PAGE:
"As a way of encouraging students to observe deeply and to inquire about the natural world, I gave groups of them peanuts in shells to observe," reports multigrade St. Louis, MO, teacher Doloris Pepple. "I asked them to do just two things at first-to write down everything they could possibly observe, and to list all of the questions that their observations generated. Students came up with a range of excellent questions." The longer and more fully they observed, she notes, the more detail they noticed, and the more questions emerged. Could it grow through the shell? Does water go through the shell? How many are inside? What's inside the seeds that are inside the shell? As a class, they discussed which questions the students could actively investigate and which were better answered through research and other means. They then worked in groups to set up experiments to answer the questions that most intrigued them. Each student also had an opportunity to grow his or her own peanut plant, which sparked even more queries: Will they sprout better in or out of the shell? Which growing conditions (GrowLab vs. south vs. east windows) will provide the best peanut plants?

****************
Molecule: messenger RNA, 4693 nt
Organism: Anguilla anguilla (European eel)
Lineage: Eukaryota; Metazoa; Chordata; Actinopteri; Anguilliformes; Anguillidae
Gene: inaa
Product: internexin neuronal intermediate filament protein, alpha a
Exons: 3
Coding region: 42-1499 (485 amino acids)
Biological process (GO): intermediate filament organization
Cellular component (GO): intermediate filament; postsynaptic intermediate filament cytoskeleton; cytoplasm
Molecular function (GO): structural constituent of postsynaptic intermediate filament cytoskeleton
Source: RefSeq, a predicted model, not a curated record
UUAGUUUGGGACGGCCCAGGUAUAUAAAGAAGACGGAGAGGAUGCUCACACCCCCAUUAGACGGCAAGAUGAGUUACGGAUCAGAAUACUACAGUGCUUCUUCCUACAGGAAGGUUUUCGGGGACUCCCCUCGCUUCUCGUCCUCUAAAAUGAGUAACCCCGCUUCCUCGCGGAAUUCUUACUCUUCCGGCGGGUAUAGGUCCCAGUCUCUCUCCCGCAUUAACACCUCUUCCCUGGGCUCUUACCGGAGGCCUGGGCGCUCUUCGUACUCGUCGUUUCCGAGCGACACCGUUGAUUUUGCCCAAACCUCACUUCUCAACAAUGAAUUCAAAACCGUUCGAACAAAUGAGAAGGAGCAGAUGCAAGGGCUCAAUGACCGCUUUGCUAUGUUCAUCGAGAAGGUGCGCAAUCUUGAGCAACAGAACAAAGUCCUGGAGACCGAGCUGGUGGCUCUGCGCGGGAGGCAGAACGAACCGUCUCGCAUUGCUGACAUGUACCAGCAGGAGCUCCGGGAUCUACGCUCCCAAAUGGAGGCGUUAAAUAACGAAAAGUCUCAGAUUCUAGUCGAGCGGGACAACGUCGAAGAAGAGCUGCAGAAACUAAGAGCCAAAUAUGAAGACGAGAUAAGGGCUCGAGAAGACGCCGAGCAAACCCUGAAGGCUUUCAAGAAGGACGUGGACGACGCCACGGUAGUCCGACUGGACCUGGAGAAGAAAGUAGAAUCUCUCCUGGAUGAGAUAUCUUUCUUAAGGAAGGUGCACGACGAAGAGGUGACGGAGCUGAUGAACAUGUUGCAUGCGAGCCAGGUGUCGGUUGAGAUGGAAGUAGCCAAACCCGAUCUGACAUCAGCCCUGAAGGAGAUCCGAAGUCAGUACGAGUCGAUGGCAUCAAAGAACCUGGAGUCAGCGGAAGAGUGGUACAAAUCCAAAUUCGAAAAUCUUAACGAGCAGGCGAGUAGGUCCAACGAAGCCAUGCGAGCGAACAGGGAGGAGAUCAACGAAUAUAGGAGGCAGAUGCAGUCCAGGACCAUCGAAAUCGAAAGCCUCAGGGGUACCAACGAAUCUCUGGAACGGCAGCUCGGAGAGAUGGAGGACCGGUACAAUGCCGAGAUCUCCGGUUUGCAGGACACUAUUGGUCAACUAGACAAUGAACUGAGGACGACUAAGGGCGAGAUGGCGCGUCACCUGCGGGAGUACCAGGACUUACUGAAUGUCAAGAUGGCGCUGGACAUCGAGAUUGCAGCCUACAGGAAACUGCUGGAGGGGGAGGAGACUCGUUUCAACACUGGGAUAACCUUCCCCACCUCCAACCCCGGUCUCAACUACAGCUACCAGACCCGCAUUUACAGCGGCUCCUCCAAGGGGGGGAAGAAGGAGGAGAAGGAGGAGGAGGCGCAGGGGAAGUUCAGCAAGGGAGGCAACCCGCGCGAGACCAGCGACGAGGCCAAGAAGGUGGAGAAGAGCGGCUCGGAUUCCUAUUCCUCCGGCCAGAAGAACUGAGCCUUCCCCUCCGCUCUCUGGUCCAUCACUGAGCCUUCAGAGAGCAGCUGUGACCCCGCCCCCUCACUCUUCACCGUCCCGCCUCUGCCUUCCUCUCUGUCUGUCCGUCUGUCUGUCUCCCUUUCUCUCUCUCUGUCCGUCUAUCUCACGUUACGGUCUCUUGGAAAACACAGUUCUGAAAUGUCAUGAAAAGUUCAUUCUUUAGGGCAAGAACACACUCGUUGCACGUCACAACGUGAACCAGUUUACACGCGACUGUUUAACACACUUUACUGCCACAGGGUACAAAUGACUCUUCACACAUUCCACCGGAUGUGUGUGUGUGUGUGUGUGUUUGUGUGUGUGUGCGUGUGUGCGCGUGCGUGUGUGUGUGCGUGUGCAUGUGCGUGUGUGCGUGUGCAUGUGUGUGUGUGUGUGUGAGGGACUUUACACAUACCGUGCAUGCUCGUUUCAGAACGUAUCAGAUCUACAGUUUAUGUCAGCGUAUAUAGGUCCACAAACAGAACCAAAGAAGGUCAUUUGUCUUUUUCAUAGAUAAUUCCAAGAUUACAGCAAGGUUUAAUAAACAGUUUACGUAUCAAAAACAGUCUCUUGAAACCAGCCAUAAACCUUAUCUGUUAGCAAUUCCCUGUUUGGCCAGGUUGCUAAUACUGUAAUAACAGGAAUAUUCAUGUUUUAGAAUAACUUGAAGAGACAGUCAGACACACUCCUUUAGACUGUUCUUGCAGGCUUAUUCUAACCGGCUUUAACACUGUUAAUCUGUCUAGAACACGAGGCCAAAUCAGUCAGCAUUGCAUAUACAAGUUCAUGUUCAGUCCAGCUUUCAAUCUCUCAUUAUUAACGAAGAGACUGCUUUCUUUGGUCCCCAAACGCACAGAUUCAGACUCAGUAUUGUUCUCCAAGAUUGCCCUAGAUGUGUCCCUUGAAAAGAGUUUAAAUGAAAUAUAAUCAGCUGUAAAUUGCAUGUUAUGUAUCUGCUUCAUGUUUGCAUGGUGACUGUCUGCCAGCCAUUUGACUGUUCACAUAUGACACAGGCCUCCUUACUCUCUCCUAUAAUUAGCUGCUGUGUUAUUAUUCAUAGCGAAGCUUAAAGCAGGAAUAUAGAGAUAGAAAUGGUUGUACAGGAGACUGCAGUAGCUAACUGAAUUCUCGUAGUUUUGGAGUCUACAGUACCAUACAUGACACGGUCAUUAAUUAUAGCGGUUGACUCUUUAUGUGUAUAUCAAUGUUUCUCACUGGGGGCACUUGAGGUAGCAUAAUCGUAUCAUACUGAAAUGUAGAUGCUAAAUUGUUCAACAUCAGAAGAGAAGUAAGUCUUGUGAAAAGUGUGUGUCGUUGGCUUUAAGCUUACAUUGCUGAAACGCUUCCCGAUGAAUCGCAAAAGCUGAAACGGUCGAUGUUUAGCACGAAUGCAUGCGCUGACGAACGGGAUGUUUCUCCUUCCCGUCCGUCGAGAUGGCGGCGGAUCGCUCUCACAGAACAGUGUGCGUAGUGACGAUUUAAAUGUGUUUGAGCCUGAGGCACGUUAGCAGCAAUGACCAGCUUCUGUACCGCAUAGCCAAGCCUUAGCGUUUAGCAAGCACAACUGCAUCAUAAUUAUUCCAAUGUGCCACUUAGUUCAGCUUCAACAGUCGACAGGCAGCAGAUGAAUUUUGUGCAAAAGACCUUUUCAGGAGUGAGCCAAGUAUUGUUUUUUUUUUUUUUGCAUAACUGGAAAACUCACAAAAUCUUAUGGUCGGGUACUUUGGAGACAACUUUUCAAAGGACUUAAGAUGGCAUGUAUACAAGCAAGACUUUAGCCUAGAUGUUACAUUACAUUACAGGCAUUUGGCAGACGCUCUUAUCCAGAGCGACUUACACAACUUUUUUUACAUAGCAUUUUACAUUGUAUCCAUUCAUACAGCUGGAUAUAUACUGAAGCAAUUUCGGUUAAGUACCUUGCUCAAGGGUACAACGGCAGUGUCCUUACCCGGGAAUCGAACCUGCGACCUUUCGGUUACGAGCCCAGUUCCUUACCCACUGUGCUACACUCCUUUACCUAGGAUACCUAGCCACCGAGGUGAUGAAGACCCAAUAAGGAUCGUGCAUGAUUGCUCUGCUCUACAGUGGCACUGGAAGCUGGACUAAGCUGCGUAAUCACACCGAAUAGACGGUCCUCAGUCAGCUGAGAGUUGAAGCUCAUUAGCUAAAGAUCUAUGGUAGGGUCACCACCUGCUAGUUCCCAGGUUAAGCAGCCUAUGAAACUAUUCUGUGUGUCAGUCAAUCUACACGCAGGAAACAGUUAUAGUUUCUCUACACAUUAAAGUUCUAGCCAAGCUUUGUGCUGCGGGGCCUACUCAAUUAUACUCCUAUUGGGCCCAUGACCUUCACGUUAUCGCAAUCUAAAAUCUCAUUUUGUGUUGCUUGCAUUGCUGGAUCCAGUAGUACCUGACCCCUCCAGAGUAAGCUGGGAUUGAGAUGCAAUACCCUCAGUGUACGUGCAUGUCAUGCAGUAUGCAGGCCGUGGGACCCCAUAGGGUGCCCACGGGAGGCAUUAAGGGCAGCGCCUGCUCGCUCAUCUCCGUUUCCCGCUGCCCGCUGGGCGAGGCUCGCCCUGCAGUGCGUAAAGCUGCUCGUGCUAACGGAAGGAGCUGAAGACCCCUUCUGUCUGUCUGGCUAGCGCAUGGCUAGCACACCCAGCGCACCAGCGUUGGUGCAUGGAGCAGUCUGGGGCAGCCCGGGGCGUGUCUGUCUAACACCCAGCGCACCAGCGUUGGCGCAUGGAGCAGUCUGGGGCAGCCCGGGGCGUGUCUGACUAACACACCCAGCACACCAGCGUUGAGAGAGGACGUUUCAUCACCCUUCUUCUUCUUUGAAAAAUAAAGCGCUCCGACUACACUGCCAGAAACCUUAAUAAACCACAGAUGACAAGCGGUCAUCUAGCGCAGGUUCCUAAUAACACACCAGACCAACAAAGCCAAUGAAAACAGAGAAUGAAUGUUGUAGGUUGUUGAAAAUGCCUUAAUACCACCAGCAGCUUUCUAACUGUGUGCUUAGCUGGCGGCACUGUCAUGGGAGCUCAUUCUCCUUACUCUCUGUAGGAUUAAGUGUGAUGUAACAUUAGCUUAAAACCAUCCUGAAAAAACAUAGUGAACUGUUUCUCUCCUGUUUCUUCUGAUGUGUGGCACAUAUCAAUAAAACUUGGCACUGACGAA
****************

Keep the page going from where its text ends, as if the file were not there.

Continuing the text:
As part of this nutty project, the class planted an entire peanut patch in a 50-gallon aquarium in the school greenhouse for other classes to explore. "Students wanted to plant the seeds next to the glass," reports Doloris, "so we could examine their roots as they grew. But a horticulturist told us that roots don't tend to like light and will probably grow inward, away from the light." Like good inquirers, the students decided to design their own test to check the validity of the advice. They left part of the peanut patch container covered with dark paper and left some exposed to the light. They then posted questions to help other students observe and ponder this underground mystery. "We plan to build on the students' growing interest," says Doloris, "by exploring peanut history, nutrition, and cultural uses."